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If you are a beginner at sushi eating, I don’t blame you for thinking that sushi is a gluten-free meal. After all, it contains just rice, fish, and vegetables. Where’s gluten got to do with it? Those who are allergic to gluten or have gluten-sensitivity have no reason to worry, or do they?
Does sushi have gluten? Sorry to break the bubble, but yes! The seemingly safe sushi meal may not be gluten-free because there are various sources from which gluten stealthily creeps into it. Soy sauce, for example, has wheat and surimi may contain wheat starch.
The vinegar used for seasoning sushi rice and condiments like wasabi may also contain gluten, though not always. Furthermore, sushi containing marinated ingredients, fish or vegetable tempura is also laden with lots of gluten.
Sushi and Gluten: A Love-Hate Relation!
I have many friends who are oblivion of the fact that sushi can contain gluten and when I tell them, they are shocked like hell. If you are feeling something similar, like all the hell has broken loose on you, breathe easy.
While sushi, which apparently looks like a gluten-free meal, does have the dreaded evil in hiding in numerous traps, there are ways to avoid them. If you must have sushi while dining out, the trick is to order safely and enjoy a meal that suits a celiac diet
Let the chef know that you have non-celiac gluten sensitivity, and request him to avoid specific ingredients that may contain gluten. A good idea is to call a restaurant beforehand to inquire how the meal is prepared and if they can accommodate special dietary requirements for a gluten-free meal.
However, let me warn you that this is not a fool-proof method because the risk of cross-contamination still lingers around. If the restaurant makes a lot of tempuras and uses rice vinegar excessively, gluten may accidentally creep into your food. The possibility of contamination is also high if the chef uses the same utensils and knives.
If you are extremely allergic, you need to be really firm in your communication with the sushi chef. Tell him to avoid any contact with sauces or marinades while making your order. You may also request him to use a clean knife and other utensils.
To be on the safe side, you may bring your own gluten-free soy sauce and wasabi to go with your sushi meal. Good news is that many restaurants in Japan now stock gluten-free soy sauce. While it’s comparatively easier to get a safe and gluten-free sushi meal at restaurants, it’s not the same in case of supermarket or grocery store sushi so they must be avoided at all cost.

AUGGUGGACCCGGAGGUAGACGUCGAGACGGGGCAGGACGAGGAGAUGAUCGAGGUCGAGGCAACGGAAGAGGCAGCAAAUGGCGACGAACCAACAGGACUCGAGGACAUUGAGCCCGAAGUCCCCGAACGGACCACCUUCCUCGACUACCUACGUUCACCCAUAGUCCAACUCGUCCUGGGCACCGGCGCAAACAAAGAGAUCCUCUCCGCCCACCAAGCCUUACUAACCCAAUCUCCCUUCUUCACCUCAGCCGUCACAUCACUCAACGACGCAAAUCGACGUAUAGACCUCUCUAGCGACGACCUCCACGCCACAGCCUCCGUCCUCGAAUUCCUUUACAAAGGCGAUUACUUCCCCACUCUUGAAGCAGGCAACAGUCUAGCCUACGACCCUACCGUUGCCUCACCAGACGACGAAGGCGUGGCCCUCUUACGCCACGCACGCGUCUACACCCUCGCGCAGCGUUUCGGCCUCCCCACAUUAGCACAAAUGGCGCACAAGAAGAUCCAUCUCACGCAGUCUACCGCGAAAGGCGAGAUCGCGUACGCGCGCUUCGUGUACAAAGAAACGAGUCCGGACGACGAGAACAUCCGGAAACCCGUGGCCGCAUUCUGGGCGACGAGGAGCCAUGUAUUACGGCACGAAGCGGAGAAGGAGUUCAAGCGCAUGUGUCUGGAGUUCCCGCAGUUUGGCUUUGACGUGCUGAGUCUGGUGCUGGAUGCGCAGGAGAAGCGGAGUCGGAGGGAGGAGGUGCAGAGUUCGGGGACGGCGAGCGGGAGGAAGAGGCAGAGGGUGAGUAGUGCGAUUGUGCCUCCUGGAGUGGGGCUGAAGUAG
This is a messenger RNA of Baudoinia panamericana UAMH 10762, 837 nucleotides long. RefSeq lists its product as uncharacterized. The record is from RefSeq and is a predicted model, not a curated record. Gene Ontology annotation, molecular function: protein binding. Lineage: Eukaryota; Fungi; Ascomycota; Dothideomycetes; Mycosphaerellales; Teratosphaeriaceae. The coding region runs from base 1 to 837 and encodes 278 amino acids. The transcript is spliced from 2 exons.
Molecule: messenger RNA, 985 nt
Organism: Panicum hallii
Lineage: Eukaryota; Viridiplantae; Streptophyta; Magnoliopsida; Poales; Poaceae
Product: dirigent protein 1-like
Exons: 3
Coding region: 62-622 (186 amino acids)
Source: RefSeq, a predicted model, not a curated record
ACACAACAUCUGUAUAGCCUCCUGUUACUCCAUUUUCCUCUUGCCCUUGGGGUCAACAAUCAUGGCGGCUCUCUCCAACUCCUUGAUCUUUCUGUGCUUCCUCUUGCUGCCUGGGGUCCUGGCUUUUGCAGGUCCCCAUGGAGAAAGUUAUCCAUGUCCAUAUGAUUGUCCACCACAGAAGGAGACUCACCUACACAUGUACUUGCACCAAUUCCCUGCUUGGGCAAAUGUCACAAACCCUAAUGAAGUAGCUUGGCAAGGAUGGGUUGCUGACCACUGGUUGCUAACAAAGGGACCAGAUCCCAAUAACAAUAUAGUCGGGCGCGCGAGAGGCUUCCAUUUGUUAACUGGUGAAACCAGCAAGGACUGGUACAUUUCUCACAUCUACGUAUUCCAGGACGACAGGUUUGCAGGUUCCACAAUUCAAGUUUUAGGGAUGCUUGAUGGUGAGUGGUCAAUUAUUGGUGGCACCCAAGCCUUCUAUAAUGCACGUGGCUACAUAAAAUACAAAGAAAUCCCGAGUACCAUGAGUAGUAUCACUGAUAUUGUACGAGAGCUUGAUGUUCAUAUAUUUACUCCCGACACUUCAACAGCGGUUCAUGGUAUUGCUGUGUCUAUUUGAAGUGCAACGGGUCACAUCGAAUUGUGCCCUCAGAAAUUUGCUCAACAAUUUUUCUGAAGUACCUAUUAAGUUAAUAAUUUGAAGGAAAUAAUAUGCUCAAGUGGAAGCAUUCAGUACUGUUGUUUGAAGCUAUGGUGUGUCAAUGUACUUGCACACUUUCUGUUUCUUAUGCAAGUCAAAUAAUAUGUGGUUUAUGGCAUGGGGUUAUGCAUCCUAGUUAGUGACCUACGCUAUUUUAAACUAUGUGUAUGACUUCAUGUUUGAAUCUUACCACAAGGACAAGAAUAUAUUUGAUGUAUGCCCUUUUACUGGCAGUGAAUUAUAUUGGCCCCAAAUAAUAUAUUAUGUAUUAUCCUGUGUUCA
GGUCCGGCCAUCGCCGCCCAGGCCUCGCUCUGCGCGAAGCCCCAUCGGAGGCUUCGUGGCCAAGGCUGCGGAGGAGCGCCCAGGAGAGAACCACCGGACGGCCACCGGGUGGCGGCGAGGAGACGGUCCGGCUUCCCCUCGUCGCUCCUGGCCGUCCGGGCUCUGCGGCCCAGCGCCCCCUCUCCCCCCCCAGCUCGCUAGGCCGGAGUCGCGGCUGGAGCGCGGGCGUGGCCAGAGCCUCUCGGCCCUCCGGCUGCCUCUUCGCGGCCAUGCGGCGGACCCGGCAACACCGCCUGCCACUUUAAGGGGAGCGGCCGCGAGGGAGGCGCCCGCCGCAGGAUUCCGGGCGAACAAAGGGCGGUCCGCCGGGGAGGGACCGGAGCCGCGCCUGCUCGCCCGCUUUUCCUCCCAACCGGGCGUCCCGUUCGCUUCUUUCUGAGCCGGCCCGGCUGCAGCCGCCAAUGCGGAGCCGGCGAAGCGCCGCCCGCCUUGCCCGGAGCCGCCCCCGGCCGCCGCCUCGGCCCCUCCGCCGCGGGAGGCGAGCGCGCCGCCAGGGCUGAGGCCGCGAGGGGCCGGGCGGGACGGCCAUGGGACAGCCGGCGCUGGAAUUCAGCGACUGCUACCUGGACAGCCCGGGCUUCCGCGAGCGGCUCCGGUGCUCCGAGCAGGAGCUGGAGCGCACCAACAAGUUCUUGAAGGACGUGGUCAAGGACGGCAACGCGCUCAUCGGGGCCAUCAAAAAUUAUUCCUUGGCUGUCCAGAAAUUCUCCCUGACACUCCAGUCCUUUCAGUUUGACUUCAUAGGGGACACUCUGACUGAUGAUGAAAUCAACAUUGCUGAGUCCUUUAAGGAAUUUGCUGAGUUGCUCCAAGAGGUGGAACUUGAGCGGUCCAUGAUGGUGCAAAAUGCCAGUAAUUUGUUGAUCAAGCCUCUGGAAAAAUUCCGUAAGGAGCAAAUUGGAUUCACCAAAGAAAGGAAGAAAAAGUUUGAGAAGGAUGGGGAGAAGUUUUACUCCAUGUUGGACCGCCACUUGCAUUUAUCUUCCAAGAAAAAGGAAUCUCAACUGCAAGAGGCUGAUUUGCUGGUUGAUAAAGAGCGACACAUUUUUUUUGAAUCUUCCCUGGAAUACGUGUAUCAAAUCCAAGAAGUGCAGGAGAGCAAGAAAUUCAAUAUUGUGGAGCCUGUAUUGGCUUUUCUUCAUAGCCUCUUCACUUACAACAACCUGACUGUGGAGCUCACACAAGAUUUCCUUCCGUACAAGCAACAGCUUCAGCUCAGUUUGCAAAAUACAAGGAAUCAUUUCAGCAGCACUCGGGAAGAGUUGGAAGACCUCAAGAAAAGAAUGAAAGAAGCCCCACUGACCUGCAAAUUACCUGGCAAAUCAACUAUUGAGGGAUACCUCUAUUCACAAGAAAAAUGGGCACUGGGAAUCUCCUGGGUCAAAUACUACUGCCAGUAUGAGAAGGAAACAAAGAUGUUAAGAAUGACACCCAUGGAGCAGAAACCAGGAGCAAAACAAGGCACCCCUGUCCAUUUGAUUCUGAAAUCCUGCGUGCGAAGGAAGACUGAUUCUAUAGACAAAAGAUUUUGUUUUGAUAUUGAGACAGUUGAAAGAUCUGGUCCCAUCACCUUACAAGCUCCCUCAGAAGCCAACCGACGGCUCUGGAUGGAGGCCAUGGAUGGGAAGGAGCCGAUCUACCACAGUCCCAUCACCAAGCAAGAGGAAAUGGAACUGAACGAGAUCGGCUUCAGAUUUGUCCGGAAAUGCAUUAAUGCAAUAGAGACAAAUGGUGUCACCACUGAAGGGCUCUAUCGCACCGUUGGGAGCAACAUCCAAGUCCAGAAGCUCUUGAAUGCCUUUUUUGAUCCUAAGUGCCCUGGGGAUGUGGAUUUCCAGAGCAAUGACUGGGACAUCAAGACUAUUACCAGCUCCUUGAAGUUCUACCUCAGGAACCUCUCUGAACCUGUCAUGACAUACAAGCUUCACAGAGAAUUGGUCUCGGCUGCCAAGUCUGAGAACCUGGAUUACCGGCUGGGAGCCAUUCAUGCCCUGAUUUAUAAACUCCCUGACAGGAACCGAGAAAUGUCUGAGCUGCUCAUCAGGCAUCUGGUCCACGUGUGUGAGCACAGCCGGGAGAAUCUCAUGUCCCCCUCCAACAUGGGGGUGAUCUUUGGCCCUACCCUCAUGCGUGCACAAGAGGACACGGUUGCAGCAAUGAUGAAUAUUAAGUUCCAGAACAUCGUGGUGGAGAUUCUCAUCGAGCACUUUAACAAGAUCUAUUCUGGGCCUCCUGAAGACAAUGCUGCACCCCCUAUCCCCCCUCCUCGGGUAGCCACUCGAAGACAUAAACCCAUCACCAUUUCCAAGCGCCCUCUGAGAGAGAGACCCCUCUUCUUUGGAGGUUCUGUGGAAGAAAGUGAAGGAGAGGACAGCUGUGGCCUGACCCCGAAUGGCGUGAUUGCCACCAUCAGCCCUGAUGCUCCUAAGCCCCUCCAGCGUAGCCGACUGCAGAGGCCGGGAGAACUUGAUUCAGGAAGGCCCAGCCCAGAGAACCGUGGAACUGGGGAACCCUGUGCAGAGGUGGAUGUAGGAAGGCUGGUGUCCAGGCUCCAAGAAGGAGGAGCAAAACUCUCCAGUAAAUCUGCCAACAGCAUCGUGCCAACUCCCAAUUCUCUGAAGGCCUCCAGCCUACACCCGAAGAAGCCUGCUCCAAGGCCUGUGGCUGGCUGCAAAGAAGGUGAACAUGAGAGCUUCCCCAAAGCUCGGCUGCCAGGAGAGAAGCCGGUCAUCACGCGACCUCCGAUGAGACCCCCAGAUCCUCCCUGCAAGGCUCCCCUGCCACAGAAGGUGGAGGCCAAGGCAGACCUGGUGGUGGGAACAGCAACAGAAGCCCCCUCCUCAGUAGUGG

Types Of Sushi That Contains Gluten
Sushi should typically be gluten-free and I would like to believe that they were so in their nascent stage several hundred years ago. However, the heavy western influence and dramatic evolution of this humble Japanese delicacy have included certain items that were earlier not a part of the meal.
The inside-out sushi, also California rolls (especially the ones available for takeaway in outlets) contain fake crab or surimi instead of real crab meat. Now, surimi is an imitation crab cake made from ground white fish meat, especially Pollock fish and mixing it with starch, eggs, and other flavorings.
While the surimi looks like a harmless and quick to use crab stick for a delicious sushi meal at home, the ‘starch and other ingredients’ mentioned in the package puts California rolls in the ‘avoid list’. You must stay away from this style of sushi unless it is specifically mentioned that it contains gluten-free ingredients.
When asking a restaurant to take a gluten-free order, make sure the chef knows that surimi contains wheat. Order a simple and single ingredient roll. If you do order a multi-ingredient roll, never take a chance on imitation crab meat unless you are 100% sure that it’s gluten-free.
Besides surimi, you must also be careful about the tempura style sushi, such as shrimp tempura roll and deep-fried sushi. You sushi may also contain tempura-dipped meats and vegetables, so ask your chef to completely avoid it. The tempura batter typically contains wheat flour, which is a strict no.
Luckily, the tempura sushi rolls are easy to identify as they are fried and coated. Hence, there’s no chance of you unknowingly consuming gluten. There are some restaurant that use gluten-free batter to make tempura but that is rare and their food is boldly labeled as ‘gluten-free’.